Voice Over • Documentaries
As a hobbyist airplane pilot enthused with the golden age of aviation, I have an infatuation with World War II and those who served. Here is a self-written and produced piece demonstrating an example of a historical documentary narrator.
Middle Aged (35-54)
Note: Transcripts are generated using speech recognition software and may contain errors.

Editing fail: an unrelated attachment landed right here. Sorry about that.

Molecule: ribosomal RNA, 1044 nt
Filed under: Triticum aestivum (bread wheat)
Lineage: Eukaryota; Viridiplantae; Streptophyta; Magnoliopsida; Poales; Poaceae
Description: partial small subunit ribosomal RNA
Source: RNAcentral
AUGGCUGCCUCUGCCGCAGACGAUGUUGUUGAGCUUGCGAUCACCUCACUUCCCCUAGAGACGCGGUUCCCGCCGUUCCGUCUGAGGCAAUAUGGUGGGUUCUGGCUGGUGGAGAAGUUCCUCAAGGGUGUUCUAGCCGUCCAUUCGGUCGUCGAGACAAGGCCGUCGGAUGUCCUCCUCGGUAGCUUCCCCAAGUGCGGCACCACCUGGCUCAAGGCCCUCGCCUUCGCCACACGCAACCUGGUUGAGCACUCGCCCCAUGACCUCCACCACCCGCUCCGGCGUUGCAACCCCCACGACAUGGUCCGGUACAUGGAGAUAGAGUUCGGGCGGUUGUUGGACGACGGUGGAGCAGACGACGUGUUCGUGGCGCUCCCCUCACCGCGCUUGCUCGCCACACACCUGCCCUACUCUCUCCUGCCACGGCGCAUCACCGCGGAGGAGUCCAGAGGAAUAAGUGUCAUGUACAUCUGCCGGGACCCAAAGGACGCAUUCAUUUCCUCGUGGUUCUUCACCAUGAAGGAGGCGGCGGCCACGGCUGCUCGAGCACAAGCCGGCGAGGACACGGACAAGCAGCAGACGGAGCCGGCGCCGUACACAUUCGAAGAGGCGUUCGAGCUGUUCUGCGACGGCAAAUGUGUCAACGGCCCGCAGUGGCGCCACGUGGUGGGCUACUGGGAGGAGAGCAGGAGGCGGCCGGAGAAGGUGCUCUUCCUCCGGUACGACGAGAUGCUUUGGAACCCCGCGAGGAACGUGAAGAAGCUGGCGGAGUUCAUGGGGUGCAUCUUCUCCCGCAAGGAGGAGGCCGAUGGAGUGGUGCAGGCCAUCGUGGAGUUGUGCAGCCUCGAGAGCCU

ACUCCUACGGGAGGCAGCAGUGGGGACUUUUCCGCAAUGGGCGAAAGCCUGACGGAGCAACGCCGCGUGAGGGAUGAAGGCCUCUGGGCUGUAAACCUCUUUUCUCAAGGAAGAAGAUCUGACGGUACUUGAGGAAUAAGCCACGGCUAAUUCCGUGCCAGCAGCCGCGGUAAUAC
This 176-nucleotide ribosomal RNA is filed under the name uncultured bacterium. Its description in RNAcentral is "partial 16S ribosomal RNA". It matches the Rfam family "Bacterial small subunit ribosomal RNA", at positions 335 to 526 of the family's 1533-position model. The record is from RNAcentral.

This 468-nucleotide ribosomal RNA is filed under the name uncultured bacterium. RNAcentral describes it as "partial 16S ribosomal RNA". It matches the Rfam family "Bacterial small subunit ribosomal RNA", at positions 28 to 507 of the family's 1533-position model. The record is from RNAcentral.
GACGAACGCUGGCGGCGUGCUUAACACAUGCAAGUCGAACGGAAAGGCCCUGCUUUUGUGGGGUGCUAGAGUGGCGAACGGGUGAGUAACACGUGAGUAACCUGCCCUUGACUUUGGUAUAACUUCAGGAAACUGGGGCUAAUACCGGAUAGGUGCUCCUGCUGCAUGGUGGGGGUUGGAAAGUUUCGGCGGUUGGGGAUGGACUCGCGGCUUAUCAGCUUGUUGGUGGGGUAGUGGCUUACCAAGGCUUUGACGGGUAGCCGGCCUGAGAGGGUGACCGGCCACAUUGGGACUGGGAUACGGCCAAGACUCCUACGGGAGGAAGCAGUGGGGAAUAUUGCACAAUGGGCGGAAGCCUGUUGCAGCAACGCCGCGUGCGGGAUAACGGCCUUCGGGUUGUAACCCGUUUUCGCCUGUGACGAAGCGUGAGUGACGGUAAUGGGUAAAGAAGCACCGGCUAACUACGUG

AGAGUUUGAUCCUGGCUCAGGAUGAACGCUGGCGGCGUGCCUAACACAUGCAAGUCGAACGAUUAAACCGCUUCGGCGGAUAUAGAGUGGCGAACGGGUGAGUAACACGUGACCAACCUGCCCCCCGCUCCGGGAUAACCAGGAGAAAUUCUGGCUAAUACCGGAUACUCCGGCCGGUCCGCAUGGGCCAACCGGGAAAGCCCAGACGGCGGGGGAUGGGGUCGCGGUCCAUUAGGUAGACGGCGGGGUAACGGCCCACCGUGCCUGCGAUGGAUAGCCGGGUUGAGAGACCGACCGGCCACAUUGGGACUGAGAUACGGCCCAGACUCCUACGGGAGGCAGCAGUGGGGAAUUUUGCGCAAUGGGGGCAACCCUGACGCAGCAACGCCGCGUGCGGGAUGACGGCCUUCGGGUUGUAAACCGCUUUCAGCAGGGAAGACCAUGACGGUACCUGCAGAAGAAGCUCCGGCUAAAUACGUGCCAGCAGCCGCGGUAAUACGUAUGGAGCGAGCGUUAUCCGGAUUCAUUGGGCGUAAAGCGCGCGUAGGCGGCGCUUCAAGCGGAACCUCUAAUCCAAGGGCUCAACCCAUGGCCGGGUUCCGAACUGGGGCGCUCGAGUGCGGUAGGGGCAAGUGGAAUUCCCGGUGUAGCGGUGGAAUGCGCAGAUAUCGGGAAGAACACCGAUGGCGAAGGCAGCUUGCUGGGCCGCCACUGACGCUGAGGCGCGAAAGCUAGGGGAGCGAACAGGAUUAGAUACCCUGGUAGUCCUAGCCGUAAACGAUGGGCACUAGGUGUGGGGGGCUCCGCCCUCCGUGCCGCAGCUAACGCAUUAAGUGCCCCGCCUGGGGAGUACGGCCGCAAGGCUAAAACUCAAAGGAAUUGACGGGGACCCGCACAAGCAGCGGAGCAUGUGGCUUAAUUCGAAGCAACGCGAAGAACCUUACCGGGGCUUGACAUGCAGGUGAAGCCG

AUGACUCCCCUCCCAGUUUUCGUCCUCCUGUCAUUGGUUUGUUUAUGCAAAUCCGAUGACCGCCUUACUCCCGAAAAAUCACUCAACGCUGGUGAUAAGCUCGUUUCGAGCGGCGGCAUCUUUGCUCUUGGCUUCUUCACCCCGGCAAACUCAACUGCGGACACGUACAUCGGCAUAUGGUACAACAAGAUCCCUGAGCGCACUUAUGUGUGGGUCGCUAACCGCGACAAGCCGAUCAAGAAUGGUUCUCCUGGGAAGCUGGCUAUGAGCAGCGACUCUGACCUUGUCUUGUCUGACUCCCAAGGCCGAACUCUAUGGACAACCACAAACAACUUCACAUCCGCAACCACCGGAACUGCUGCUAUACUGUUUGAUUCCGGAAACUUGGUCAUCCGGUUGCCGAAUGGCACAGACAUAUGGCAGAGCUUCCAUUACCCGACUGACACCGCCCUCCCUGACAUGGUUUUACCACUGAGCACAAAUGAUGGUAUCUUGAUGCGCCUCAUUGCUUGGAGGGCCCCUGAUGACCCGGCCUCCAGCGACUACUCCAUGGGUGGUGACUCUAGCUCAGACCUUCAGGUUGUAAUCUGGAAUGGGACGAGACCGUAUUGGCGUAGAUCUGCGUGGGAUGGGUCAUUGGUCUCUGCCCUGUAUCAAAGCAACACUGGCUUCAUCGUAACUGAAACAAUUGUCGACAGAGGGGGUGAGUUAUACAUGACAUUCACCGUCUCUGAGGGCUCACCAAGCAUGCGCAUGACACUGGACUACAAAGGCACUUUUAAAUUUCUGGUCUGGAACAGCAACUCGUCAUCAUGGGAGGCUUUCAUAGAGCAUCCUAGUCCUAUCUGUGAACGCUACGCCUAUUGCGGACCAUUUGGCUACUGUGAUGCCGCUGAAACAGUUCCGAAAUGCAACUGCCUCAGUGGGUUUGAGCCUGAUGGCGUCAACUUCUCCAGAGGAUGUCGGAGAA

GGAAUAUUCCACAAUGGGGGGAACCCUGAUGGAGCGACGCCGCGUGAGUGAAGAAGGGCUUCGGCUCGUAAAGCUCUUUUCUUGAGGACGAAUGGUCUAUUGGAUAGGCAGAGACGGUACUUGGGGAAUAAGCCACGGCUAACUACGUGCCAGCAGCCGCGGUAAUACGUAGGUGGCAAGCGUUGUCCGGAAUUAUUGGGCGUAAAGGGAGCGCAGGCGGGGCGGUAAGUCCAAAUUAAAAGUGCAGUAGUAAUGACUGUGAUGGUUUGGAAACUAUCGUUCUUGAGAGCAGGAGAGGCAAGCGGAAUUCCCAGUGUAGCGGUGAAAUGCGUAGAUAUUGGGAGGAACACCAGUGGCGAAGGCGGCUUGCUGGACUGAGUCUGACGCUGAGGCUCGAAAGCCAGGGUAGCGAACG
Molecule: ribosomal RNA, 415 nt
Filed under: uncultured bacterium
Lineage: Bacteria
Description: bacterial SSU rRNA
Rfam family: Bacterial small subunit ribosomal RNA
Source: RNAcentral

40 billion munitions needed to be produced in only four years. The answer is perhaps America's best kept secret of World War Two. Women like Peggy Blakey, a migrant farm worker who now works in a munitions factory. The depression is suddenly over. Women's salaries from World War II will set off a consumer boom. Over 10,000 new markets are built and purchases rise, 12%, but Peggy's job is undeniably dangerous, And the same goes for two million other women detonators threaten their lives every second they're at work carefully placed into the shell. Last They explode on impact and are extremely unstable. The factory Peggy works inside is a giant bomb and it only takes a spark to set it off. A storm approaches the factory. The power flickers and suddenly the women are in complete darkness. The sound of shells falling on the ground means one wrong step could end everyone's life. So Peggy gets down low and begins to softly crawl her way toward the door, trying to navigate around the tracer shells. She waits for lightning to flash for a glimpse of what's around her. She's only 50 ft from the exit